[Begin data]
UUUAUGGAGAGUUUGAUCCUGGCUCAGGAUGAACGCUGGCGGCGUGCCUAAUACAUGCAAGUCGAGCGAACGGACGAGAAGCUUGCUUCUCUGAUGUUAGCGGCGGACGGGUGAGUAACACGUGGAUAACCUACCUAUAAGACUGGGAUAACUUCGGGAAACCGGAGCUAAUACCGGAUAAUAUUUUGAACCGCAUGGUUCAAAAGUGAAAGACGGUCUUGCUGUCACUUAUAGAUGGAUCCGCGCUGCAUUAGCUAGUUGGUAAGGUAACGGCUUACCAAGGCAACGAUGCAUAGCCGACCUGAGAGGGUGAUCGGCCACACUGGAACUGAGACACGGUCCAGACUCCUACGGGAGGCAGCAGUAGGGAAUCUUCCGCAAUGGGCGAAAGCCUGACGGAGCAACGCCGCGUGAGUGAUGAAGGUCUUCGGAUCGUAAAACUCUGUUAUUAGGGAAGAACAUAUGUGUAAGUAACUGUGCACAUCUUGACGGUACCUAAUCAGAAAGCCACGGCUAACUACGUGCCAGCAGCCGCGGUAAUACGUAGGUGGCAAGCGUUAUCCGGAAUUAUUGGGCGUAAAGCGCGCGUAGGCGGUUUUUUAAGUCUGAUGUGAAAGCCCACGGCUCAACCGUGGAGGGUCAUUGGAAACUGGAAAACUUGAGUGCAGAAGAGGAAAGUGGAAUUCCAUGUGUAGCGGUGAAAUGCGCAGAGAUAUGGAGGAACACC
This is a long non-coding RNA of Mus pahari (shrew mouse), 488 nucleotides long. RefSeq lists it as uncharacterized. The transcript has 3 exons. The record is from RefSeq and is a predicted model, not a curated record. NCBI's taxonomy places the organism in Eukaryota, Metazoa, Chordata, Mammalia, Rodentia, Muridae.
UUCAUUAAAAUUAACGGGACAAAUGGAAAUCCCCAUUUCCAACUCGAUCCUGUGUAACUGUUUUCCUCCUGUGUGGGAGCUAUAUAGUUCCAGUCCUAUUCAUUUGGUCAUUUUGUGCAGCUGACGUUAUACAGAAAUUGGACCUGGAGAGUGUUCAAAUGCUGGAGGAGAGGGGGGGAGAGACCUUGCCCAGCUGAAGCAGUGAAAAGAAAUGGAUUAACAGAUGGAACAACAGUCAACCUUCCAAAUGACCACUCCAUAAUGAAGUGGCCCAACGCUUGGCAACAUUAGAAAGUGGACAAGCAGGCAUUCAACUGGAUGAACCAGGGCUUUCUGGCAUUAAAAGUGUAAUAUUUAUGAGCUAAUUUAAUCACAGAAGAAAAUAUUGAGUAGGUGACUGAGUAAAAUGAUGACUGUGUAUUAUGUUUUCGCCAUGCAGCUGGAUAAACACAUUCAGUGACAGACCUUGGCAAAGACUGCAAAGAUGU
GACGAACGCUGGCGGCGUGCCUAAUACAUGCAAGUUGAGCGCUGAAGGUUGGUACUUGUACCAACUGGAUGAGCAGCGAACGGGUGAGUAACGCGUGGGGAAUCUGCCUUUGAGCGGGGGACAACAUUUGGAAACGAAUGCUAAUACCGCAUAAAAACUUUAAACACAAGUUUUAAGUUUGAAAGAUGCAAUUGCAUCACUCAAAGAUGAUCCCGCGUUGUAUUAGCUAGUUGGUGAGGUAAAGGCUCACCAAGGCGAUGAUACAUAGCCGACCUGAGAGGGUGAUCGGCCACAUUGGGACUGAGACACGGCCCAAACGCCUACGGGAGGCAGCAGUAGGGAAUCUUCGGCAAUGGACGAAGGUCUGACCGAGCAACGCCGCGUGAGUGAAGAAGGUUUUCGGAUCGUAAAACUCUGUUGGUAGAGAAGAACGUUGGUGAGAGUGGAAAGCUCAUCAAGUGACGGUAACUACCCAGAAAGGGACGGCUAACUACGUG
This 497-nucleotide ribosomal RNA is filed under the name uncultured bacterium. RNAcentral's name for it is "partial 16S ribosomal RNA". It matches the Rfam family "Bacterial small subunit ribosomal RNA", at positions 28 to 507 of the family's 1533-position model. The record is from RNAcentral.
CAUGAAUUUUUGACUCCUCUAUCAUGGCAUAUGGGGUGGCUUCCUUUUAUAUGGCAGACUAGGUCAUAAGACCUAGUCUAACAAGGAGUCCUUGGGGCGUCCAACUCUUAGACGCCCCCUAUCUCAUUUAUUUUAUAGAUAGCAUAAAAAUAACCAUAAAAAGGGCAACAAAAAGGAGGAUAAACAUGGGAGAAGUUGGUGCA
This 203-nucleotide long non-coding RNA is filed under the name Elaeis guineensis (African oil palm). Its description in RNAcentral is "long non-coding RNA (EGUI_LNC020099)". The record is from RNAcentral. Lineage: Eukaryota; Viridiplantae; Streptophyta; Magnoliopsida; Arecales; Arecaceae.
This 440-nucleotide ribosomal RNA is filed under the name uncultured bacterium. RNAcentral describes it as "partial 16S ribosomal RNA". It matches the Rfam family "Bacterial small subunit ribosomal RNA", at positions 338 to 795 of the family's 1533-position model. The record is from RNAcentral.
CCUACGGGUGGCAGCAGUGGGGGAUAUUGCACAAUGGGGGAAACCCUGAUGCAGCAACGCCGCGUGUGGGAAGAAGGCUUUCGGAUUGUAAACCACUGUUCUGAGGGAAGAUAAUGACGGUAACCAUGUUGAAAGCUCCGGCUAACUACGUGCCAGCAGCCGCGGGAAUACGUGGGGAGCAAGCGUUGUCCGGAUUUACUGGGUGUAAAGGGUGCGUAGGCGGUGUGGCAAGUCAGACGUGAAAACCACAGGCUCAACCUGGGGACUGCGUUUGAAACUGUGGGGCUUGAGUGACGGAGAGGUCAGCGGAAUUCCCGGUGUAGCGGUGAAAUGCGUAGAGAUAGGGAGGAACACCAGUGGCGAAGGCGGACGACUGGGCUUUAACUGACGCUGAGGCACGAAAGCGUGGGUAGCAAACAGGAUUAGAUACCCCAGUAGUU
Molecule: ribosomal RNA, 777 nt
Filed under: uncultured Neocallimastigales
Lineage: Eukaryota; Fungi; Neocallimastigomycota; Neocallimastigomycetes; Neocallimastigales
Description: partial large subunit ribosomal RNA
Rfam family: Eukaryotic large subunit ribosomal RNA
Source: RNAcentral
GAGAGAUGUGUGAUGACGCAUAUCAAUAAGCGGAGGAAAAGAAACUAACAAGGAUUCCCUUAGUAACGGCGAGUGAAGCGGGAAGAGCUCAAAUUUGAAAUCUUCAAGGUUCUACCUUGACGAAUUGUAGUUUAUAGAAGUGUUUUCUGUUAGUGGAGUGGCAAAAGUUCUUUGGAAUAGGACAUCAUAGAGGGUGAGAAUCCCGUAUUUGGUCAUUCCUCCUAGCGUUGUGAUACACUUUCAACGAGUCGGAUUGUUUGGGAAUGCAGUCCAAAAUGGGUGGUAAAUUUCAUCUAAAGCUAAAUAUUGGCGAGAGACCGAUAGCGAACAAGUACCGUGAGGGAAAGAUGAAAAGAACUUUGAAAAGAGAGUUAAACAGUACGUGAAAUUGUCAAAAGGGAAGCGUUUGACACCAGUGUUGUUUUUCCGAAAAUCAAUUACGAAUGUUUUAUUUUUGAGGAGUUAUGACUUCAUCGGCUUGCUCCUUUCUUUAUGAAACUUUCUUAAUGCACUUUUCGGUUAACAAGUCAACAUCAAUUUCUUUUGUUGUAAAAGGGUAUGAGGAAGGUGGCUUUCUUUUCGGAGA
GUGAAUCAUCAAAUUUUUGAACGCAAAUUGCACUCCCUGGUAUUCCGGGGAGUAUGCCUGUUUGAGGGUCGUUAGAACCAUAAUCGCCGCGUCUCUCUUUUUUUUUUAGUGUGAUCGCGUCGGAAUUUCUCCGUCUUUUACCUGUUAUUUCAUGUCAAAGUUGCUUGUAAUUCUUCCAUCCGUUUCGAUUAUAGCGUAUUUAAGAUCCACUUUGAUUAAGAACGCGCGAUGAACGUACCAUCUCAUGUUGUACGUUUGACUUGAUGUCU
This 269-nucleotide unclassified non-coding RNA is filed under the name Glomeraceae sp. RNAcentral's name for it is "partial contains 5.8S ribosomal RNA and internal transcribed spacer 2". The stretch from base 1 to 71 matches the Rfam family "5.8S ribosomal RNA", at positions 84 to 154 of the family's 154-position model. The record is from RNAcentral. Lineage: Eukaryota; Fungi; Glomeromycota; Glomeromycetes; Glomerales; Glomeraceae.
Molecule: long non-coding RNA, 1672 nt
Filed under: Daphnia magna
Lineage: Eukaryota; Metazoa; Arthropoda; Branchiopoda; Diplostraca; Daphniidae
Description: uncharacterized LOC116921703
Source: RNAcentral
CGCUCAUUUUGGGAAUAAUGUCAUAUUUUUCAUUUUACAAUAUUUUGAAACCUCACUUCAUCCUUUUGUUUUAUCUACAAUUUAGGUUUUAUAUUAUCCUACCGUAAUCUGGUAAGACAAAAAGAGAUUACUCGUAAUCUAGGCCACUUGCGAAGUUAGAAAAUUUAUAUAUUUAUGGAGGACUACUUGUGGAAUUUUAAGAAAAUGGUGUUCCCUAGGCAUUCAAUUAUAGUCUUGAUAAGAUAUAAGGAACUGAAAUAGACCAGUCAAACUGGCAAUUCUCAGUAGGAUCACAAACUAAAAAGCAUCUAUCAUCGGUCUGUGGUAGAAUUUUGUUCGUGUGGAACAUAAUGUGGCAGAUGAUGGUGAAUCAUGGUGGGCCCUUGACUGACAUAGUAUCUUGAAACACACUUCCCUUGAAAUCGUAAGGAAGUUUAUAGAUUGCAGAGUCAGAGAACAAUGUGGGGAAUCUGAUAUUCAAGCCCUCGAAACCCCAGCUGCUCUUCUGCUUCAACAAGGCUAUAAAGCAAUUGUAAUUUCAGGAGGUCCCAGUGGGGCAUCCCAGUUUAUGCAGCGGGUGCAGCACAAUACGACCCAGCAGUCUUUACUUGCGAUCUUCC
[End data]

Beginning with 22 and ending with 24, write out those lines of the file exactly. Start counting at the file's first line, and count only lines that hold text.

Description: uncharacterized LOC116921703
Source: RNAcentral
CGCUCAUUUUGGGAAUAAUGUCAUAUUUUUCAUUUUACAAUAUUUUGAAACCUCACUUCAUCCUUUUGUUUUAUCUACAAUUUAGGUUUUAUAUUAUCCUACCGUAAUCUGGUAAGACAAAAAGAGAUUACUCGUAAUCUAGGCCACUUGCGAAGUUAGAAAAUUUAUAUAUUUAUGGAGGACUACUUGUGGAAUUUUAAGAAAAUGGUGUUCCCUAGGCAUUCAAUUAUAGUCUUGAUAAGAUAUAAGGAACUGAAAUAGACCAGUCAAACUGGCAAUUCUCAGUAGGAUCACAAACUAAAAAGCAUCUAUCAUCGGUCUGUGGUAGAAUUUUGUUCGUGUGGAACAUAAUGUGGCAGAUGAUGGUGAAUCAUGGUGGGCCCUUGACUGACAUAGUAUCUUGAAACACACUUCCCUUGAAAUCGUAAGGAAGUUUAUAGAUUGCAGAGUCAGAGAACAAUGUGGGGAAUCUGAUAUUCAAGCCCUCGAAACCCCAGCUGCUCUUCUGCUUCAACAAGGCUAUAAAGCAAUUGUAAUUUCAGGAGGUCCCAGUGGGGCAUCCCAGUUUAUGCAGCGGGUGCAGCACAAUACGACCCAGCAGUCUUUACUUGCGAUCUUCC